When the values that different people respectively attach to democracy come into conflict with one another, who decides what is or is not "democratic"?

Courts play an important role in supervising the preconditions for a free exercise of the collective will, by seeing to it that the rules governing elections are observed. Judges, therefore, are guardians of democracy in the minimalist sense. But maximalists can still appeal to constitutionalism to claim that even if the prerequisites for the minimal conception are satisfied, democracy is not implementing the values that it should. Constitutions embody "maximalism" in the sense that they specify certain values which no transient majority may violate. The Preamble to the U.S. Constitution mentions not only "Justice" but "domestic Tranquility" and "the general Welfare." The Preamble to the Constitution of India refers, with capital letters in the original, to "JUSTICE, social, economic and political; LIBERTY of thought, expression, belief, faith and worship; EQUALITY of status and of opportunity; and to promote among them all FRATERNITY assuring the dignity of the individual and the unity and integrity of the Nation."

Maximalists can thus claim that violations of these norms by temporary [End Page 8] majorities may be democratic, but are not constitutional. Constitutional-review bodies exist, both inside and outside legislatures, to hear appeals to values enshrined in constitutions. The premise is that the "will of the people" resides in the constitution rather than in some transient majority.15

But what if courts are silent or confirm majority decisions (in many cases because the incumbent government has packed the bench), and in response some people continue to insist that these decisions violate the values they attach to democracy?

Crisis of Democracy?

The past three decades witnessed a rise of dissatisfaction with traditional representative institutions, an erosion and fragmentation of traditional party systems, a rise of extreme-rightist parties, and the emergence of political "magicians" in the form of individuals or parties who offer miraculous solutions. These transformations have led to a widespread concern about the future of democracy, embodied in innumerable books and articles that sound the alarm about "The Crisis of Democracy." I wrote one of these books.16 This essay constitutes my second thoughts.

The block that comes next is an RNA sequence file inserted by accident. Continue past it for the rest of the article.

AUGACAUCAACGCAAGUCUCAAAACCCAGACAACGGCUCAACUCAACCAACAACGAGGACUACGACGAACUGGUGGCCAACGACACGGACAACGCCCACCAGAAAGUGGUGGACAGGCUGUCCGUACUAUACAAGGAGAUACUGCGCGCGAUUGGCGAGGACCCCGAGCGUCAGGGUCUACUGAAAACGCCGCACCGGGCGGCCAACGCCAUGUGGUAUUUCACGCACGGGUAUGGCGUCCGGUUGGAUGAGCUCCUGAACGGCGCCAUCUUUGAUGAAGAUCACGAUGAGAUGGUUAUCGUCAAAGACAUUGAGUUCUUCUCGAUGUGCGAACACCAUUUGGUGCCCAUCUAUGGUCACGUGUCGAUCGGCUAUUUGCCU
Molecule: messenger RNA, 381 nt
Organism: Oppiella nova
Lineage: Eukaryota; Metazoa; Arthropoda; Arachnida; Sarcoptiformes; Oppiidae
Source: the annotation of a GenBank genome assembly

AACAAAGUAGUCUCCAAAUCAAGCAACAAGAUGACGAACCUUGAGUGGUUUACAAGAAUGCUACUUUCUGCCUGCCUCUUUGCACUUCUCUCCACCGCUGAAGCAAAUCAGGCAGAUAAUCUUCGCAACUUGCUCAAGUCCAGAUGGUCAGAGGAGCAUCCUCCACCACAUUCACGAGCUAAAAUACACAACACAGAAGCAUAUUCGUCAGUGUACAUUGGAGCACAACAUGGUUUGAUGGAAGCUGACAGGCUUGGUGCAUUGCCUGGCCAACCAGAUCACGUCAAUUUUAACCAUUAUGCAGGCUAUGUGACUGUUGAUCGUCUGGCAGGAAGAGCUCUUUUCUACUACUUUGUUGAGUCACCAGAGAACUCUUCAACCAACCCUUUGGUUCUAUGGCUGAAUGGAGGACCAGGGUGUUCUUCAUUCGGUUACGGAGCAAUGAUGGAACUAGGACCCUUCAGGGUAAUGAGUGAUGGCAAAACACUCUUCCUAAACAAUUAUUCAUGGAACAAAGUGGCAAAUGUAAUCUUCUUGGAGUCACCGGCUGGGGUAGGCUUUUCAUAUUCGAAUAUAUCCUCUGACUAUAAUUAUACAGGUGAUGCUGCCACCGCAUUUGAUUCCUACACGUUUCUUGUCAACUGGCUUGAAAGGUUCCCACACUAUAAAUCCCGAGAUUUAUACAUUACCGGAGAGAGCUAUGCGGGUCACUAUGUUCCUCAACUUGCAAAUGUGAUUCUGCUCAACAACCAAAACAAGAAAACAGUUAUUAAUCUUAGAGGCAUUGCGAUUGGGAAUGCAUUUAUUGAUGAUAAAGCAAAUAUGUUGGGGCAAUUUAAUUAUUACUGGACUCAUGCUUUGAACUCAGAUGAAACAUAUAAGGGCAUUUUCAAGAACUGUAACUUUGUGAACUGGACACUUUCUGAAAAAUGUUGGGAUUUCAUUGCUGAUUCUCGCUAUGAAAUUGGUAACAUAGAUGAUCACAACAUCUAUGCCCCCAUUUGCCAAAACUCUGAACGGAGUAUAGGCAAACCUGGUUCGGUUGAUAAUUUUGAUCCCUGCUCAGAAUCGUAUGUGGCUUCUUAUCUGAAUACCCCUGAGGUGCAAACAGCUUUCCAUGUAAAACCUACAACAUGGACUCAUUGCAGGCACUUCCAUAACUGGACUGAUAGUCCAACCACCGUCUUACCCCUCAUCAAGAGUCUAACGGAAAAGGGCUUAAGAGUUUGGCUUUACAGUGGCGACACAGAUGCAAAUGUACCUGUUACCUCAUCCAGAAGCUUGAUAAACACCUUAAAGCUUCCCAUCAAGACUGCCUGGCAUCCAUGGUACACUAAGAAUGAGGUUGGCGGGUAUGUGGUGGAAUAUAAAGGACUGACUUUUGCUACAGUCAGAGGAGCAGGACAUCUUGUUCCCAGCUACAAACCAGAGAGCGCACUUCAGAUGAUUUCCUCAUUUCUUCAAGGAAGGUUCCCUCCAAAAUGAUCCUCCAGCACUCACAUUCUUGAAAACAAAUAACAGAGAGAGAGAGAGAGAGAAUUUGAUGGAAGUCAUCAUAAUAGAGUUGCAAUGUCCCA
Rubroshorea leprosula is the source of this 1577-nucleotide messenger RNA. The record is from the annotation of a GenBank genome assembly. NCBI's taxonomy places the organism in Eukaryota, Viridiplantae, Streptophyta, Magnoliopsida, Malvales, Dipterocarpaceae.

Do these transformations pose a threat to democracy, or represent an advancement of democracy?

The intense and widespread dissatisfaction with representative institutions is often decried as "populism." The validity of the criticisms of representative institutions is manifest. It is disingenuous to complain about the widespread rejection of these institutions and at the same time bemoan persisting inequality. Inequality offers prima facie evidence that representative institutions do not function well. Since the seventeenth century, people at both extremes of the political spectrum—those for whom equality was a promise as well as those who saw it as a threat—believed that democracy, specifically universal suffrage, would generate equality in the economic and social realm. This belief is still enshrined in the workhorse of contemporary political economy, the median-voter model. Yet in New York City there are about a hundred-thousand schoolchildren who have no permanent residence, and in the same city I once overheard one very rich person ask another how many houses he owned, to which the answer was "fourteen, of which one is a family compound." If our representative institutions functioned well, this would not have been possible.

"Populism" comes in at least two varieties: "participatory" and "delegative." Participatory populism is the demand to govern ourselves; delegative populism is the demand to be governed well by others. As a political phenomenon, the first variety is salutary but largely inconsequential, while the second is dangerous for democracy, as democracy is understood in the minimalist sense. [End Page 9]

The agenda of participatory populism consists of institutional reforms that would make louder "the voice of the people." Some proposals return to demands that U.S. Anti-Federalists were already expressing in 1789: short terms for elected officials, term limits, the ability of voters to recall officials before their terms are over, pay cuts for legislators, and limits on circulation between public and private employment. An innovation from Brazil, and one that has received worldwide attention, is participatory budgeting. Other proposals range from the inane "survey democracy" that Italy's Five Star Movement advocates, to increased reliance on popular-initiative referendums and randomly selected assemblies of citizens charged with pondering proposed laws without having the authority to adopt them.